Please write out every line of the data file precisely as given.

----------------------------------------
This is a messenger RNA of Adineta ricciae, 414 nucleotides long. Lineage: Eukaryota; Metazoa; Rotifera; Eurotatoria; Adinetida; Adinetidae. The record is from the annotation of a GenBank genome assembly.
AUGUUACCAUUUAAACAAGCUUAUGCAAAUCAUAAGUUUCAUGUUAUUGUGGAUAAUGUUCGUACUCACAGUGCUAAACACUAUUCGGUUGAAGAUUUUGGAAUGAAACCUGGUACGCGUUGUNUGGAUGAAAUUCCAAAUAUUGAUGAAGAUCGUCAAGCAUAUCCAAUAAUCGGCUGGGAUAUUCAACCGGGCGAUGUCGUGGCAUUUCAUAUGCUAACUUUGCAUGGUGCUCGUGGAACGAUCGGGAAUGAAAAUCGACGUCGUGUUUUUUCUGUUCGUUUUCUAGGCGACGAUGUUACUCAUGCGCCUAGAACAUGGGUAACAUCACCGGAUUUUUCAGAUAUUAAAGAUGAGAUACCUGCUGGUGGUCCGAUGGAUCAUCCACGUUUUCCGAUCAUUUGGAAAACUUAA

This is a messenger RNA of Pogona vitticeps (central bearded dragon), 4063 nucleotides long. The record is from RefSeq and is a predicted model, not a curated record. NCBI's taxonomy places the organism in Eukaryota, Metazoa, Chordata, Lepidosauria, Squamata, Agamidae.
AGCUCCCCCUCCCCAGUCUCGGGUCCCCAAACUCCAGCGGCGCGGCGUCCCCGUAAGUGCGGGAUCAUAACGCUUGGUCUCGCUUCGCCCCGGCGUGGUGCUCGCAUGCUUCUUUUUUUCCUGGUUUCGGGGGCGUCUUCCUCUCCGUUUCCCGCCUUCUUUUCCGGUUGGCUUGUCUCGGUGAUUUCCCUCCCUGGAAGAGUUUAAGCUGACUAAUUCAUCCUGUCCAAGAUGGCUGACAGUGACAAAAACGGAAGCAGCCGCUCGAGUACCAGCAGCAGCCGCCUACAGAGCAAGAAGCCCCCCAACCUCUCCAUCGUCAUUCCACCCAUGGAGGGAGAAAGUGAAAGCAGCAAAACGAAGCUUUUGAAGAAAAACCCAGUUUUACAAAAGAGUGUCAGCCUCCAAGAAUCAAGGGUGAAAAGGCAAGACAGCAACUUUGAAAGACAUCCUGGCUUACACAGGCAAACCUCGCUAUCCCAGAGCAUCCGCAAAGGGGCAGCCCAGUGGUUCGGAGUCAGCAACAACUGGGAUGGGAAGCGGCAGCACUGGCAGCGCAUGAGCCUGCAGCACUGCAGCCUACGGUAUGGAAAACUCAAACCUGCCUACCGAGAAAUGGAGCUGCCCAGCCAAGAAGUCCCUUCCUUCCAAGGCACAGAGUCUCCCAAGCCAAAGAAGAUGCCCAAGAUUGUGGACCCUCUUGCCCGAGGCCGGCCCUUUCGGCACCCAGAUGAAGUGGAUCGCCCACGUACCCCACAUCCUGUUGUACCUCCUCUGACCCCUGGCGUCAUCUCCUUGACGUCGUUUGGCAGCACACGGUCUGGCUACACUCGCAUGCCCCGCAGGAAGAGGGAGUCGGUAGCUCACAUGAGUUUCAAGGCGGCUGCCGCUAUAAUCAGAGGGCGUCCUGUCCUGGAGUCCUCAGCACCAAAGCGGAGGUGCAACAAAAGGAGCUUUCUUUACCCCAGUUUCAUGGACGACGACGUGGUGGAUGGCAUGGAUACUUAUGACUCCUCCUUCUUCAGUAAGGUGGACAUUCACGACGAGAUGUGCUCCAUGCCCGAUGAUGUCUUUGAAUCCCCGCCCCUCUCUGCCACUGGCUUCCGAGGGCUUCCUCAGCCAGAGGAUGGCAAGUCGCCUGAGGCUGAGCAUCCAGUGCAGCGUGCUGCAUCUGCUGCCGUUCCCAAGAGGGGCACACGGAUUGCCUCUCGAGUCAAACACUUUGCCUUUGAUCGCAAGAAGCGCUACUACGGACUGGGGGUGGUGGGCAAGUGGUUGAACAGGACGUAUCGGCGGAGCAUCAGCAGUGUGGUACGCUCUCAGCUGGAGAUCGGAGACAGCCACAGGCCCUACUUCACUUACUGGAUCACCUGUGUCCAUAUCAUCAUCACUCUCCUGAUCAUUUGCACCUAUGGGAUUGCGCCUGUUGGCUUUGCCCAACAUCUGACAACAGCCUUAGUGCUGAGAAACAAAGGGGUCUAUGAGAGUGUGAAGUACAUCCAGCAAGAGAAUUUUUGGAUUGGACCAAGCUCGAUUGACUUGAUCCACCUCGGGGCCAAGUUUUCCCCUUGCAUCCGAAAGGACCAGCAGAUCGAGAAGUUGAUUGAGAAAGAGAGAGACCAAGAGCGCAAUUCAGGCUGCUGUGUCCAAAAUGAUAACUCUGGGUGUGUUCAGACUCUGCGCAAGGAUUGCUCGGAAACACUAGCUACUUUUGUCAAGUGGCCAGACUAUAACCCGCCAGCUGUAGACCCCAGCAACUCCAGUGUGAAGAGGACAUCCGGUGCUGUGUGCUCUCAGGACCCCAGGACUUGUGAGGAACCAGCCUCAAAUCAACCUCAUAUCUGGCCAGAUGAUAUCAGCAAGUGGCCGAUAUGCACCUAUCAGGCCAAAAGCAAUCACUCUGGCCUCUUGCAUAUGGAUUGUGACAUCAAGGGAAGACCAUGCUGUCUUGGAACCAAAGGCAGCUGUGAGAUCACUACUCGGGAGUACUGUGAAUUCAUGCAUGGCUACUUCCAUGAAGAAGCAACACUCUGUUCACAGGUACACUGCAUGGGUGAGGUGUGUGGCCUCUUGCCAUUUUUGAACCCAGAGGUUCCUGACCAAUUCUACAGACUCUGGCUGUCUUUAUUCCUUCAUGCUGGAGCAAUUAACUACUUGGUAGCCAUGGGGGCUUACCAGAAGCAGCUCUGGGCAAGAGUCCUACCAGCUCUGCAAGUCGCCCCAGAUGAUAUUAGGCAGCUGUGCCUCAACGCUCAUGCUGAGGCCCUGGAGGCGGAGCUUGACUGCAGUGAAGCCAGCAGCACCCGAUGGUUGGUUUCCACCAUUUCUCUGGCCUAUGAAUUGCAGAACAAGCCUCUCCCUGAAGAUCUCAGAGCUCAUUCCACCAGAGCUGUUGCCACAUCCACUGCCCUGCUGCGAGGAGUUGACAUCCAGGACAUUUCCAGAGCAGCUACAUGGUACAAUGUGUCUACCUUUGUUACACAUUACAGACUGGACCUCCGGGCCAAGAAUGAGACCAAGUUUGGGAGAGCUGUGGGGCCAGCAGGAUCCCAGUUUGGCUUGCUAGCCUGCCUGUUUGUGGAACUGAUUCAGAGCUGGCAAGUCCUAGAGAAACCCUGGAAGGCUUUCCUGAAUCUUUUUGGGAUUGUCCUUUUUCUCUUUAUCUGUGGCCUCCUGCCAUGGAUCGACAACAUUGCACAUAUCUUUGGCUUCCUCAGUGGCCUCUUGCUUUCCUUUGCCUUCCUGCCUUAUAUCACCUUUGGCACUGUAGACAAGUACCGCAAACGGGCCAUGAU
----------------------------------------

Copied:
This is a messenger RNA of Adineta ricciae, 414 nucleotides long. Lineage: Eukaryota; Metazoa; Rotifera; Eurotatoria; Adinetida; Adinetidae. The record is from the annotation of a GenBank genome assembly.
AUGUUACCAUUUAAACAAGCUUAUGCAAAUCAUAAGUUUCAUGUUAUUGUGGAUAAUGUUCGUACUCACAGUGCUAAACACUAUUCGGUUGAAGAUUUUGGAAUGAAACCUGGUACGCGUUGUNUGGAUGAAAUUCCAAAUAUUGAUGAAGAUCGUCAAGCAUAUCCAAUAAUCGGCUGGGAUAUUCAACCGGGCGAUGUCGUGGCAUUUCAUAUGCUAACUUUGCAUGGUGCUCGUGGAACGAUCGGGAAUGAAAAUCGACGUCGUGUUUUUUCUGUUCGUUUUCUAGGCGACGAUGUUACUCAUGCGCCUAGAACAUGGGUAACAUCACCGGAUUUUUCAGAUAUUAAAGAUGAGAUACCUGCUGGUGGUCCGAUGGAUCAUCCACGUUUUCCGAUCAUUUGGAAAACUUAA

This is a messenger RNA of Pogona vitticeps (central bearded dragon), 4063 nucleotides long. The record is from RefSeq and is a predicted model, not a curated record. NCBI's taxonomy places the organism in Eukaryota, Metazoa, Chordata, Lepidosauria, Squamata, Agamidae.
AGCUCCCCCUCCCCAGUCUCGGGUCCCCAAACUCCAGCGGCGCGGCGUCCCCGUAAGUGCGGGAUCAUAACGCUUGGUCUCGCUUCGCCCCGGCGUGGUGCUCGCAUGCUUCUUUUUUUCCUGGUUUCGGGGGCGUCUUCCUCUCCGUUUCCCGCCUUCUUUUCCGGUUGGCUUGUCUCGGUGAUUUCCCUCCCUGGAAGAGUUUAAGCUGACUAAUUCAUCCUGUCCAAGAUGGCUGACAGUGACAAAAACGGAAGCAGCCGCUCGAGUACCAGCAGCAGCCGCCUACAGAGCAAGAAGCCCCCCAACCUCUCCAUCGUCAUUCCACCCAUGGAGGGAGAAAGUGAAAGCAGCAAAACGAAGCUUUUGAAGAAAAACCCAGUUUUACAAAAGAGUGUCAGCCUCCAAGAAUCAAGGGUGAAAAGGCAAGACAGCAACUUUGAAAGACAUCCUGGCUUACACAGGCAAACCUCGCUAUCCCAGAGCAUCCGCAAAGGGGCAGCCCAGUGGUUCGGAGUCAGCAACAACUGGGAUGGGAAGCGGCAGCACUGGCAGCGCAUGAGCCUGCAGCACUGCAGCCUACGGUAUGGAAAACUCAAACCUGCCUACCGAGAAAUGGAGCUGCCCAGCCAAGAAGUCCCUUCCUUCCAAGGCACAGAGUCUCCCAAGCCAAAGAAGAUGCCCAAGAUUGUGGACCCUCUUGCCCGAGGCCGGCCCUUUCGGCACCCAGAUGAAGUGGAUCGCCCACGUACCCCACAUCCUGUUGUACCUCCUCUGACCCCUGGCGUCAUCUCCUUGACGUCGUUUGGCAGCACACGGUCUGGCUACACUCGCAUGCCCCGCAGGAAGAGGGAGUCGGUAGCUCACAUGAGUUUCAAGGCGGCUGCCGCUAUAAUCAGAGGGCGUCCUGUCCUGGAGUCCUCAGCACCAAAGCGGAGGUGCAACAAAAGGAGCUUUCUUUACCCCAGUUUCAUGGACGACGACGUGGUGGAUGGCAUGGAUACUUAUGACUCCUCCUUCUUCAGUAAGGUGGACAUUCACGACGAGAUGUGCUCCAUGCCCGAUGAUGUCUUUGAAUCCCCGCCCCUCUCUGCCACUGGCUUCCGAGGGCUUCCUCAGCCAGAGGAUGGCAAGUCGCCUGAGGCUGAGCAUCCAGUGCAGCGUGCUGCAUCUGCUGCCGUUCCCAAGAGGGGCACACGGAUUGCCUCUCGAGUCAAACACUUUGCCUUUGAUCGCAAGAAGCGCUACUACGGACUGGGGGUGGUGGGCAAGUGGUUGAACAGGACGUAUCGGCGGAGCAUCAGCAGUGUGGUACGCUCUCAGCUGGAGAUCGGAGACAGCCACAGGCCCUACUUCACUUACUGGAUCACCUGUGUCCAUAUCAUCAUCACUCUCCUGAUCAUUUGCACCUAUGGGAUUGCGCCUGUUGGCUUUGCCCAACAUCUGACAACAGCCUUAGUGCUGAGAAACAAAGGGGUCUAUGAGAGUGUGAAGUACAUCCAGCAAGAGAAUUUUUGGAUUGGACCAAGCUCGAUUGACUUGAUCCACCUCGGGGCCAAGUUUUCCCCUUGCAUCCGAAAGGACCAGCAGAUCGAGAAGUUGAUUGAGAAAGAGAGAGACCAAGAGCGCAAUUCAGGCUGCUGUGUCCAAAAUGAUAACUCUGGGUGUGUUCAGACUCUGCGCAAGGAUUGCUCGGAAACACUAGCUACUUUUGUCAAGUGGCCAGACUAUAACCCGCCAGCUGUAGACCCCAGCAACUCCAGUGUGAAGAGGACAUCCGGUGCUGUGUGCUCUCAGGACCCCAGGACUUGUGAGGAACCAGCCUCAAAUCAACCUCAUAUCUGGCCAGAUGAUAUCAGCAAGUGGCCGAUAUGCACCUAUCAGGCCAAAAGCAAUCACUCUGGCCUCUUGCAUAUGGAUUGUGACAUCAAGGGAAGACCAUGCUGUCUUGGAACCAAAGGCAGCUGUGAGAUCACUACUCGGGAGUACUGUGAAUUCAUGCAUGGCUACUUCCAUGAAGAAGCAACACUCUGUUCACAGGUACACUGCAUGGGUGAGGUGUGUGGCCUCUUGCCAUUUUUGAACCCAGAGGUUCCUGACCAAUUCUACAGACUCUGGCUGUCUUUAUUCCUUCAUGCUGGAGCAAUUAACUACUUGGUAGCCAUGGGGGCUUACCAGAAGCAGCUCUGGGCAAGAGUCCUACCAGCUCUGCAAGUCGCCCCAGAUGAUAUUAGGCAGCUGUGCCUCAACGCUCAUGCUGAGGCCCUGGAGGCGGAGCUUGACUGCAGUGAAGCCAGCAGCACCCGAUGGUUGGUUUCCACCAUUUCUCUGGCCUAUGAAUUGCAGAACAAGCCUCUCCCUGAAGAUCUCAGAGCUCAUUCCACCAGAGCUGUUGCCACAUCCACUGCCCUGCUGCGAGGAGUUGACAUCCAGGACAUUUCCAGAGCAGCUACAUGGUACAAUGUGUCUACCUUUGUUACACAUUACAGACUGGACCUCCGGGCCAAGAAUGAGACCAAGUUUGGGAGAGCUGUGGGGCCAGCAGGAUCCCAGUUUGGCUUGCUAGCCUGCCUGUUUGUGGAACUGAUUCAGAGCUGGCAAGUCCUAGAGAAACCCUGGAAGGCUUUCCUGAAUCUUUUUGGGAUUGUCCUUUUUCUCUUUAUCUGUGGCCUCCUGCCAUGGAUCGACAACAUUGCACAUAUCUUUGGCUUCCUCAGUGGCCUCUUGCUUUCCUUUGCCUUCCUGCCUUAUAUCACCUUUGGCACUGUAGACAAGUACCGCAAACGGGCCAUGAU